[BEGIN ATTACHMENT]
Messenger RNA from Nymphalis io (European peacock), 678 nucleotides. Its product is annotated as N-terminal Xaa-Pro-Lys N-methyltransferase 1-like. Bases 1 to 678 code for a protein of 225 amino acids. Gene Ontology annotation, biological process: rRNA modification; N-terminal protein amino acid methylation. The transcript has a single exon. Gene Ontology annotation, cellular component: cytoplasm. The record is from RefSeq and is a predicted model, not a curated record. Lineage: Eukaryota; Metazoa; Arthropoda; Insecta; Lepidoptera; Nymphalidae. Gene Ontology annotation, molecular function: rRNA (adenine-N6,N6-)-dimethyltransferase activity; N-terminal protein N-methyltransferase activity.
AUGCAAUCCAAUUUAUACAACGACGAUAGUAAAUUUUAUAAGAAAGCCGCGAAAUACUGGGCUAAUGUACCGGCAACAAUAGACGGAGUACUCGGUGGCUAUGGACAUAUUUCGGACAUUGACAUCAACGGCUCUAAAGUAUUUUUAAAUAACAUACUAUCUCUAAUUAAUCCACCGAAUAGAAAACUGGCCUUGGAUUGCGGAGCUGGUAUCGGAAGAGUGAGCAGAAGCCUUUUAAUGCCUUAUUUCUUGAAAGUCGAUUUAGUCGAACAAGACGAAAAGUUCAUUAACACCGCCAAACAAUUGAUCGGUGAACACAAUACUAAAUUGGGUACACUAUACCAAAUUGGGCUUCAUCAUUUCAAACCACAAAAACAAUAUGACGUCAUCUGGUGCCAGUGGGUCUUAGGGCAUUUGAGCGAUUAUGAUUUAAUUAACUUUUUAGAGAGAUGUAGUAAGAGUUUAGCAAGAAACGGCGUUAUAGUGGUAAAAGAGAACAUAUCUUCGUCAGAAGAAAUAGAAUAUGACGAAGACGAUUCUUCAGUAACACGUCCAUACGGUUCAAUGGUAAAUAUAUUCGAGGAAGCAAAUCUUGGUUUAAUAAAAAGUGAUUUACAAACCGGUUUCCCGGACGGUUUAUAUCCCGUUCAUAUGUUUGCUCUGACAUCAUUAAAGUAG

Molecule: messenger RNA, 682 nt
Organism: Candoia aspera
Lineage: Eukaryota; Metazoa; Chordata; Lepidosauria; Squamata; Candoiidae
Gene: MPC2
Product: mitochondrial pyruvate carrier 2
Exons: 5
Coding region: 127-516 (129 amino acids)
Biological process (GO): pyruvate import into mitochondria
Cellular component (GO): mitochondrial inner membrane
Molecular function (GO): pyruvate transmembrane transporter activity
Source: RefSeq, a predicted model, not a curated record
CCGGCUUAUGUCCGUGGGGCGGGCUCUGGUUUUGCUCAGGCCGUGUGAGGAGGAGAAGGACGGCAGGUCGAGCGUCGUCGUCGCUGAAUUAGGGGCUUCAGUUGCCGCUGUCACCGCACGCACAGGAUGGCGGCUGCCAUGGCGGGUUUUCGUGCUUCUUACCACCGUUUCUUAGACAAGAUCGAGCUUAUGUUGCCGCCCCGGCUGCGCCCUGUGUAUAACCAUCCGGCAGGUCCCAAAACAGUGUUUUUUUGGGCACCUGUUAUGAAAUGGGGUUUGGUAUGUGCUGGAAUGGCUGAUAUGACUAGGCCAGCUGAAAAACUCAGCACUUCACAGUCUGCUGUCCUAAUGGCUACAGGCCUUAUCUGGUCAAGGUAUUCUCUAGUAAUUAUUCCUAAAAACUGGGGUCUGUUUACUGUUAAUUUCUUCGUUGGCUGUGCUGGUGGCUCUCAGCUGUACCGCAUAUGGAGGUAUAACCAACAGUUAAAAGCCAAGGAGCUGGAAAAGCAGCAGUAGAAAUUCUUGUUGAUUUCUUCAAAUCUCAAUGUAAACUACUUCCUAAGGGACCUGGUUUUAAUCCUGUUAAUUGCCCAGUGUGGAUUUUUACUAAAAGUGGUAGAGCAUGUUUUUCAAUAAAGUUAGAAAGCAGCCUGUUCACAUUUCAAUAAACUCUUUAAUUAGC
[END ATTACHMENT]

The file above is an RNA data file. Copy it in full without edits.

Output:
Messenger RNA from Nymphalis io (European peacock), 678 nucleotides. Its product is annotated as N-terminal Xaa-Pro-Lys N-methyltransferase 1-like. Bases 1 to 678 code for a protein of 225 amino acids. Gene Ontology annotation, biological process: rRNA modification; N-terminal protein amino acid methylation. The transcript has a single exon. Gene Ontology annotation, cellular component: cytoplasm. The record is from RefSeq and is a predicted model, not a curated record. Lineage: Eukaryota; Metazoa; Arthropoda; Insecta; Lepidoptera; Nymphalidae. Gene Ontology annotation, molecular function: rRNA (adenine-N6,N6-)-dimethyltransferase activity; N-terminal protein N-methyltransferase activity.
AUGCAAUCCAAUUUAUACAACGACGAUAGUAAAUUUUAUAAGAAAGCCGCGAAAUACUGGGCUAAUGUACCGGCAACAAUAGACGGAGUACUCGGUGGCUAUGGACAUAUUUCGGACAUUGACAUCAACGGCUCUAAAGUAUUUUUAAAUAACAUACUAUCUCUAAUUAAUCCACCGAAUAGAAAACUGGCCUUGGAUUGCGGAGCUGGUAUCGGAAGAGUGAGCAGAAGCCUUUUAAUGCCUUAUUUCUUGAAAGUCGAUUUAGUCGAACAAGACGAAAAGUUCAUUAACACCGCCAAACAAUUGAUCGGUGAACACAAUACUAAAUUGGGUACACUAUACCAAAUUGGGCUUCAUCAUUUCAAACCACAAAAACAAUAUGACGUCAUCUGGUGCCAGUGGGUCUUAGGGCAUUUGAGCGAUUAUGAUUUAAUUAACUUUUUAGAGAGAUGUAGUAAGAGUUUAGCAAGAAACGGCGUUAUAGUGGUAAAAGAGAACAUAUCUUCGUCAGAAGAAAUAGAAUAUGACGAAGACGAUUCUUCAGUAACACGUCCAUACGGUUCAAUGGUAAAUAUAUUCGAGGAAGCAAAUCUUGGUUUAAUAAAAAGUGAUUUACAAACCGGUUUCCCGGACGGUUUAUAUCCCGUUCAUAUGUUUGCUCUGACAUCAUUAAAGUAG

Molecule: messenger RNA, 682 nt
Organism: Candoia aspera
Lineage: Eukaryota; Metazoa; Chordata; Lepidosauria; Squamata; Candoiidae
Gene: MPC2
Product: mitochondrial pyruvate carrier 2
Exons: 5
Coding region: 127-516 (129 amino acids)
Biological process (GO): pyruvate import into mitochondria
Cellular component (GO): mitochondrial inner membrane
Molecular function (GO): pyruvate transmembrane transporter activity
Source: RefSeq, a predicted model, not a curated record
CCGGCUUAUGUCCGUGGGGCGGGCUCUGGUUUUGCUCAGGCCGUGUGAGGAGGAGAAGGACGGCAGGUCGAGCGUCGUCGUCGCUGAAUUAGGGGCUUCAGUUGCCGCUGUCACCGCACGCACAGGAUGGCGGCUGCCAUGGCGGGUUUUCGUGCUUCUUACCACCGUUUCUUAGACAAGAUCGAGCUUAUGUUGCCGCCCCGGCUGCGCCCUGUGUAUAACCAUCCGGCAGGUCCCAAAACAGUGUUUUUUUGGGCACCUGUUAUGAAAUGGGGUUUGGUAUGUGCUGGAAUGGCUGAUAUGACUAGGCCAGCUGAAAAACUCAGCACUUCACAGUCUGCUGUCCUAAUGGCUACAGGCCUUAUCUGGUCAAGGUAUUCUCUAGUAAUUAUUCCUAAAAACUGGGGUCUGUUUACUGUUAAUUUCUUCGUUGGCUGUGCUGGUGGCUCUCAGCUGUACCGCAUAUGGAGGUAUAACCAACAGUUAAAAGCCAAGGAGCUGGAAAAGCAGCAGUAGAAAUUCUUGUUGAUUUCUUCAAAUCUCAAUGUAAACUACUUCCUAAGGGACCUGGUUUUAAUCCUGUUAAUUGCCCAGUGUGGAUUUUUACUAAAAGUGGUAGAGCAUGUUUUUCAAUAAAGUUAGAAAGCAGCCUGUUCACAUUUCAAUAAACUCUUUAAUUAGC